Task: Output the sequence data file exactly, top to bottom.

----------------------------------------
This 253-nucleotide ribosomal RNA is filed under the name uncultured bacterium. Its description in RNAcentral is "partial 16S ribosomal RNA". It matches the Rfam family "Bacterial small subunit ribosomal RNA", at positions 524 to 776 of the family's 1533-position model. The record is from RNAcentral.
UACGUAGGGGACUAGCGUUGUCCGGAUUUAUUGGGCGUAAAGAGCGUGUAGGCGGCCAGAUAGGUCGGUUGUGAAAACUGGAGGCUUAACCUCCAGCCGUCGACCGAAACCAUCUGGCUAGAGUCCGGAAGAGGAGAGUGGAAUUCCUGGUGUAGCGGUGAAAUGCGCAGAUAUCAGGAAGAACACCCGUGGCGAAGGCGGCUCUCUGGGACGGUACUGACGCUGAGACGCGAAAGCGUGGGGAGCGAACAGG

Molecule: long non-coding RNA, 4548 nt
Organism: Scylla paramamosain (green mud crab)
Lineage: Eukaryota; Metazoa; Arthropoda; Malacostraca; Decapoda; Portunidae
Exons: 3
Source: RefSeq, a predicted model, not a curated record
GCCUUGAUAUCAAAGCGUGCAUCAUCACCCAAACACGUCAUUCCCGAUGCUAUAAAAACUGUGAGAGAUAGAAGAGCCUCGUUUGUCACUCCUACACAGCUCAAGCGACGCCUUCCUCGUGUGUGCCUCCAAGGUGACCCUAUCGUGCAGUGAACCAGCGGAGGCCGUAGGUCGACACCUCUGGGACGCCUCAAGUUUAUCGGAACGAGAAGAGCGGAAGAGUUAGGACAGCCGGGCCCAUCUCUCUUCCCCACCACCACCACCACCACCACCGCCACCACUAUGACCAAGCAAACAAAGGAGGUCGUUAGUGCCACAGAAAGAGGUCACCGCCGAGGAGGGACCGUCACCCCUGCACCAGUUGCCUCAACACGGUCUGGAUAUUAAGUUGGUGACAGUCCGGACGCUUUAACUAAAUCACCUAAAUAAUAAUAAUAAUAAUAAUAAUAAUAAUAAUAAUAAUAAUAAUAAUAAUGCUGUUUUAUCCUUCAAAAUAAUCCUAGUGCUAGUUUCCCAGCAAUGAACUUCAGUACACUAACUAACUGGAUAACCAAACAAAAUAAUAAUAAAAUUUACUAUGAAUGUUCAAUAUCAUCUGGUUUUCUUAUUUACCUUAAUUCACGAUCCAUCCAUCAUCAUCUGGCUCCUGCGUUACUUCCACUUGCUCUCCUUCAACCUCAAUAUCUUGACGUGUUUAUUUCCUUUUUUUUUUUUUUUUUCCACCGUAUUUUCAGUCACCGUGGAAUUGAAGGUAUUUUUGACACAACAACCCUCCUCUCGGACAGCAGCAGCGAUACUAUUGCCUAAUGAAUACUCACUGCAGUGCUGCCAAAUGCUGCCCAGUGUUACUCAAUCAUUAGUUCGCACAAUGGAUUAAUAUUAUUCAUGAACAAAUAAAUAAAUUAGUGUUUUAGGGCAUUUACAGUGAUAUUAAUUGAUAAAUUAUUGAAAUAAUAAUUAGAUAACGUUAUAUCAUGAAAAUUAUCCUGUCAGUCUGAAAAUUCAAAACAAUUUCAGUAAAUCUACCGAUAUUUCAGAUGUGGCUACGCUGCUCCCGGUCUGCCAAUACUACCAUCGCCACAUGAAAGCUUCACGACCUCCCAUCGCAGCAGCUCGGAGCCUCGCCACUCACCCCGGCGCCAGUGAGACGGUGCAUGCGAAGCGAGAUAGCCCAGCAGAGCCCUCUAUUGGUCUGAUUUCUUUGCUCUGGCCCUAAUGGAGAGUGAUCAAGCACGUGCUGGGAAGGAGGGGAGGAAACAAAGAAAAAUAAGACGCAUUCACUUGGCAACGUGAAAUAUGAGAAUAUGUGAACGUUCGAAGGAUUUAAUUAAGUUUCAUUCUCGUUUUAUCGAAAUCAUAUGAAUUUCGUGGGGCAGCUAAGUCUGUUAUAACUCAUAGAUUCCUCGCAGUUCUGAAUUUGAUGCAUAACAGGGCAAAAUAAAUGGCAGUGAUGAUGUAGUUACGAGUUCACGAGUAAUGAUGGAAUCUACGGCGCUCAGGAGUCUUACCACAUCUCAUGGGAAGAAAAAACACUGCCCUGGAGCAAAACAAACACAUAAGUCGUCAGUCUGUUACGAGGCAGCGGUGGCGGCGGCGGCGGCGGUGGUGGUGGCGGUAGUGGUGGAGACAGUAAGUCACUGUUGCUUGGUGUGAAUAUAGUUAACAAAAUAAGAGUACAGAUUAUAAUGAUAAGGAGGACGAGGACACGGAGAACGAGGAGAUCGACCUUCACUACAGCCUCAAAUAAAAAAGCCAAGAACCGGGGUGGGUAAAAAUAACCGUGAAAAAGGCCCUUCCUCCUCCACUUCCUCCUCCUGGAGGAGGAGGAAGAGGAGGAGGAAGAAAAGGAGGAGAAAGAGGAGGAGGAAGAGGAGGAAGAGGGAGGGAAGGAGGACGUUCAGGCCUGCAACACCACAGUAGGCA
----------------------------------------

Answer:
This 253-nucleotide ribosomal RNA is filed under the name uncultured bacterium. Its description in RNAcentral is "partial 16S ribosomal RNA". It matches the Rfam family "Bacterial small subunit ribosomal RNA", at positions 524 to 776 of the family's 1533-position model. The record is from RNAcentral.
UACGUAGGGGACUAGCGUUGUCCGGAUUUAUUGGGCGUAAAGAGCGUGUAGGCGGCCAGAUAGGUCGGUUGUGAAAACUGGAGGCUUAACCUCCAGCCGUCGACCGAAACCAUCUGGCUAGAGUCCGGAAGAGGAGAGUGGAAUUCCUGGUGUAGCGGUGAAAUGCGCAGAUAUCAGGAAGAACACCCGUGGCGAAGGCGGCUCUCUGGGACGGUACUGACGCUGAGACGCGAAAGCGUGGGGAGCGAACAGG

Molecule: long non-coding RNA, 4548 nt
Organism: Scylla paramamosain (green mud crab)
Lineage: Eukaryota; Metazoa; Arthropoda; Malacostraca; Decapoda; Portunidae
Exons: 3
Source: RefSeq, a predicted model, not a curated record
GCCUUGAUAUCAAAGCGUGCAUCAUCACCCAAACACGUCAUUCCCGAUGCUAUAAAAACUGUGAGAGAUAGAAGAGCCUCGUUUGUCACUCCUACACAGCUCAAGCGACGCCUUCCUCGUGUGUGCCUCCAAGGUGACCCUAUCGUGCAGUGAACCAGCGGAGGCCGUAGGUCGACACCUCUGGGACGCCUCAAGUUUAUCGGAACGAGAAGAGCGGAAGAGUUAGGACAGCCGGGCCCAUCUCUCUUCCCCACCACCACCACCACCACCACCGCCACCACUAUGACCAAGCAAACAAAGGAGGUCGUUAGUGCCACAGAAAGAGGUCACCGCCGAGGAGGGACCGUCACCCCUGCACCAGUUGCCUCAACACGGUCUGGAUAUUAAGUUGGUGACAGUCCGGACGCUUUAACUAAAUCACCUAAAUAAUAAUAAUAAUAAUAAUAAUAAUAAUAAUAAUAAUAAUAAUAAUAAUGCUGUUUUAUCCUUCAAAAUAAUCCUAGUGCUAGUUUCCCAGCAAUGAACUUCAGUACACUAACUAACUGGAUAACCAAACAAAAUAAUAAUAAAAUUUACUAUGAAUGUUCAAUAUCAUCUGGUUUUCUUAUUUACCUUAAUUCACGAUCCAUCCAUCAUCAUCUGGCUCCUGCGUUACUUCCACUUGCUCUCCUUCAACCUCAAUAUCUUGACGUGUUUAUUUCCUUUUUUUUUUUUUUUUUCCACCGUAUUUUCAGUCACCGUGGAAUUGAAGGUAUUUUUGACACAACAACCCUCCUCUCGGACAGCAGCAGCGAUACUAUUGCCUAAUGAAUACUCACUGCAGUGCUGCCAAAUGCUGCCCAGUGUUACUCAAUCAUUAGUUCGCACAAUGGAUUAAUAUUAUUCAUGAACAAAUAAAUAAAUUAGUGUUUUAGGGCAUUUACAGUGAUAUUAAUUGAUAAAUUAUUGAAAUAAUAAUUAGAUAACGUUAUAUCAUGAAAAUUAUCCUGUCAGUCUGAAAAUUCAAAACAAUUUCAGUAAAUCUACCGAUAUUUCAGAUGUGGCUACGCUGCUCCCGGUCUGCCAAUACUACCAUCGCCACAUGAAAGCUUCACGACCUCCCAUCGCAGCAGCUCGGAGCCUCGCCACUCACCCCGGCGCCAGUGAGACGGUGCAUGCGAAGCGAGAUAGCCCAGCAGAGCCCUCUAUUGGUCUGAUUUCUUUGCUCUGGCCCUAAUGGAGAGUGAUCAAGCACGUGCUGGGAAGGAGGGGAGGAAACAAAGAAAAAUAAGACGCAUUCACUUGGCAACGUGAAAUAUGAGAAUAUGUGAACGUUCGAAGGAUUUAAUUAAGUUUCAUUCUCGUUUUAUCGAAAUCAUAUGAAUUUCGUGGGGCAGCUAAGUCUGUUAUAACUCAUAGAUUCCUCGCAGUUCUGAAUUUGAUGCAUAACAGGGCAAAAUAAAUGGCAGUGAUGAUGUAGUUACGAGUUCACGAGUAAUGAUGGAAUCUACGGCGCUCAGGAGUCUUACCACAUCUCAUGGGAAGAAAAAACACUGCCCUGGAGCAAAACAAACACAUAAGUCGUCAGUCUGUUACGAGGCAGCGGUGGCGGCGGCGGCGGCGGUGGUGGUGGCGGUAGUGGUGGAGACAGUAAGUCACUGUUGCUUGGUGUGAAUAUAGUUAACAAAAUAAGAGUACAGAUUAUAAUGAUAAGGAGGACGAGGACACGGAGAACGAGGAGAUCGACCUUCACUACAGCCUCAAAUAAAAAAGCCAAGAACCGGGGUGGGUAAAAAUAACCGUGAAAAAGGCCCUUCCUCCUCCACUUCCUCCUCCUGGAGGAGGAGGAAGAGGAGGAGGAAGAAAAGGAGGAGAAAGAGGAGGAGGAAGAGGAGGAAGAGGGAGGGAAGGAGGACGUUCAGGCCUGCAACACCACAGUAGGCA